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Assessing and promoting civil and minority rights in South Africa.

[Source: Politicsweb by James Myburgh.]

Despite its many failures in government the African National Congress has been extraordinarily successful in one respect at least; making its racial goals the goals of society as a whole. In China Communist Party cadres are evaluated according to how successful they are in promoting economic growth in their regions. In SA all institutions and businesses are judged according to scorecards measuring their diligence in progressively attaining pure racial proportionality, and in forcing those below them in the economic food chain to do the same.

Almost all sectors of our society, including the English-language media, pay obeisance to the ‘imperative of transformation’; the basic policy being that whites occupying high positions should be steadily weeded out until the ratio of whites (and other minorities) in prominent posts and occupations about equals their ratio to the total population. Or to be technically accurate, to their share of the economically active population; so 9% White, 9,6% Coloured and 2,6% Indian.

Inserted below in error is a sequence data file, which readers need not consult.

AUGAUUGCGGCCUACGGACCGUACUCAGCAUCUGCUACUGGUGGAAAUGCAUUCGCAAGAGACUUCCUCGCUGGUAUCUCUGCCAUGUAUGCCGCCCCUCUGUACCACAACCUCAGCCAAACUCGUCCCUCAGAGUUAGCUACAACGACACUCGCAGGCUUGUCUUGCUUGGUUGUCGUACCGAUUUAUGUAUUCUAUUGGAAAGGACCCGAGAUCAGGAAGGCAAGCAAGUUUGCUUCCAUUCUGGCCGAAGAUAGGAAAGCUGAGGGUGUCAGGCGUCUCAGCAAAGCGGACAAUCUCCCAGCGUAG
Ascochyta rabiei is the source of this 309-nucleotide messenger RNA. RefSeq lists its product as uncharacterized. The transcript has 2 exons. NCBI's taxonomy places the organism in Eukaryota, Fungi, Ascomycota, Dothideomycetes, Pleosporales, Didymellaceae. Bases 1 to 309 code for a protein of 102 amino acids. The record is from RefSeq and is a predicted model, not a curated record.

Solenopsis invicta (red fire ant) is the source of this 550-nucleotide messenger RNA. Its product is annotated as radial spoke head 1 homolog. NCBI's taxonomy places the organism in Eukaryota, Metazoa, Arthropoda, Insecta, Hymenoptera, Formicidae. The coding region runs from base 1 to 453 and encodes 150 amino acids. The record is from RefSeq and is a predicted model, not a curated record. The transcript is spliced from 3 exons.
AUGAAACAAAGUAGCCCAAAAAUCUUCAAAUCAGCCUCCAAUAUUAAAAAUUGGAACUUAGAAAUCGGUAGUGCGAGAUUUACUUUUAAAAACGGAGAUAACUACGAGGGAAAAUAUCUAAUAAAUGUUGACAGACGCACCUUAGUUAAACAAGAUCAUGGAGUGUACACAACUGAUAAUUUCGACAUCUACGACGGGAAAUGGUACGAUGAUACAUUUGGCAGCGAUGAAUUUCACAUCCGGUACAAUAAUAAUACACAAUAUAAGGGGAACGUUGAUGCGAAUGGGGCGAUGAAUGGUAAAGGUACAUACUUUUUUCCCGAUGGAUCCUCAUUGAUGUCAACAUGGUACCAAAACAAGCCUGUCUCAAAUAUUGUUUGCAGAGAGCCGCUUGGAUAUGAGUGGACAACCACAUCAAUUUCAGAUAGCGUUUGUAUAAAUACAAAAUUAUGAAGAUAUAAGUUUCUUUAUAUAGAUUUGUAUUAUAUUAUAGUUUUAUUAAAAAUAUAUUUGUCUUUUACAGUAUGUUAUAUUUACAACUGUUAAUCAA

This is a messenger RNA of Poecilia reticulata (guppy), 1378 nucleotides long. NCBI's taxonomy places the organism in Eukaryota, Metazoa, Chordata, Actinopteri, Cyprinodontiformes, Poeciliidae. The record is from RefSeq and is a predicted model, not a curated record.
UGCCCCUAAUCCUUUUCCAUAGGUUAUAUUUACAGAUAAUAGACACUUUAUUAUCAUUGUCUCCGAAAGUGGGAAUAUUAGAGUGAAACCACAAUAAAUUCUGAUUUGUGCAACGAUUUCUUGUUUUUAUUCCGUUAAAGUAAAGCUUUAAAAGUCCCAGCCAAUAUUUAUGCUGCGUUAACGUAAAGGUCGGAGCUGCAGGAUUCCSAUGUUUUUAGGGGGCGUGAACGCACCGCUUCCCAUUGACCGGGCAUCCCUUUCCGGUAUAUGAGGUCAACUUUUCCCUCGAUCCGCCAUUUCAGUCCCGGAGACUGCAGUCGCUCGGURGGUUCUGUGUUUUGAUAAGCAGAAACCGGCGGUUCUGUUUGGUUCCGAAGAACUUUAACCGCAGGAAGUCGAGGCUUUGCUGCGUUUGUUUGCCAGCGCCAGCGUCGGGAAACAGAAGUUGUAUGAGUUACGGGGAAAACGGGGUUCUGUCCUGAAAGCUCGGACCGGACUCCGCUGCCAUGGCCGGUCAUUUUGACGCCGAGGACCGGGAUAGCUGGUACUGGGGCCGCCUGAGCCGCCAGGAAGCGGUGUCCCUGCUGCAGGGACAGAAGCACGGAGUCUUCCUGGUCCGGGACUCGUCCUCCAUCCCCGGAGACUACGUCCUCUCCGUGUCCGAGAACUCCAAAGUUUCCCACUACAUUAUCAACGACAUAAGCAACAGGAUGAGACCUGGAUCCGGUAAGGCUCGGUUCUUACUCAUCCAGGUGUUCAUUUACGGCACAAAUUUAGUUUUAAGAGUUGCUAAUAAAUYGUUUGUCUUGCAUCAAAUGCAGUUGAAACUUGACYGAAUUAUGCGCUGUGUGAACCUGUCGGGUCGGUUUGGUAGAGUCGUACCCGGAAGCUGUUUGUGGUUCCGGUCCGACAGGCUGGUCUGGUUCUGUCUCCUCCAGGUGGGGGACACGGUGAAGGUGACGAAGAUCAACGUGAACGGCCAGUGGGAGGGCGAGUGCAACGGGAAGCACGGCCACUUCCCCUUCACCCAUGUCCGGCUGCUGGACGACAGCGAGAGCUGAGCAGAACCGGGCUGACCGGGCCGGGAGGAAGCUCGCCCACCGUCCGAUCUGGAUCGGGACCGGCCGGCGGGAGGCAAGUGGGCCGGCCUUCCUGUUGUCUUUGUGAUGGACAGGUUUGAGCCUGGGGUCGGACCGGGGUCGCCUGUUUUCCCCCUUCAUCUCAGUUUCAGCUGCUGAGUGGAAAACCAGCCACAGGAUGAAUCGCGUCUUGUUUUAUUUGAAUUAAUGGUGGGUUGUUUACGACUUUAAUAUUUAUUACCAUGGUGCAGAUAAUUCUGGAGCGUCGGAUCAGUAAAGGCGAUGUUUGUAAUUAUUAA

The ANC’s racial agenda has become so hegemonic that, paradoxically, it rarely features at all in ‘mainstream’ local or international academic or journalistic analyses of the country’s current predicament. This was recently illustrated by the response to the latest Commission for Employment Equity (CEE) report on the pursuit of demographic representivity in the workplace. According to the commission 27 485 reports were submitted to them by employers for the 2018 year, covering 7 415 876 individuals. Every person affected had been classified by their employer, by race and gender, and their status and position submitted to government.

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South Africa at a Glance
58 780 000 (mid 2019 estimate)
4.1% y/y in March 2020 (CPI) & +4.5 y/y in February 2020 (PPI)
-1.4% q/q (4th quarter of 2019)
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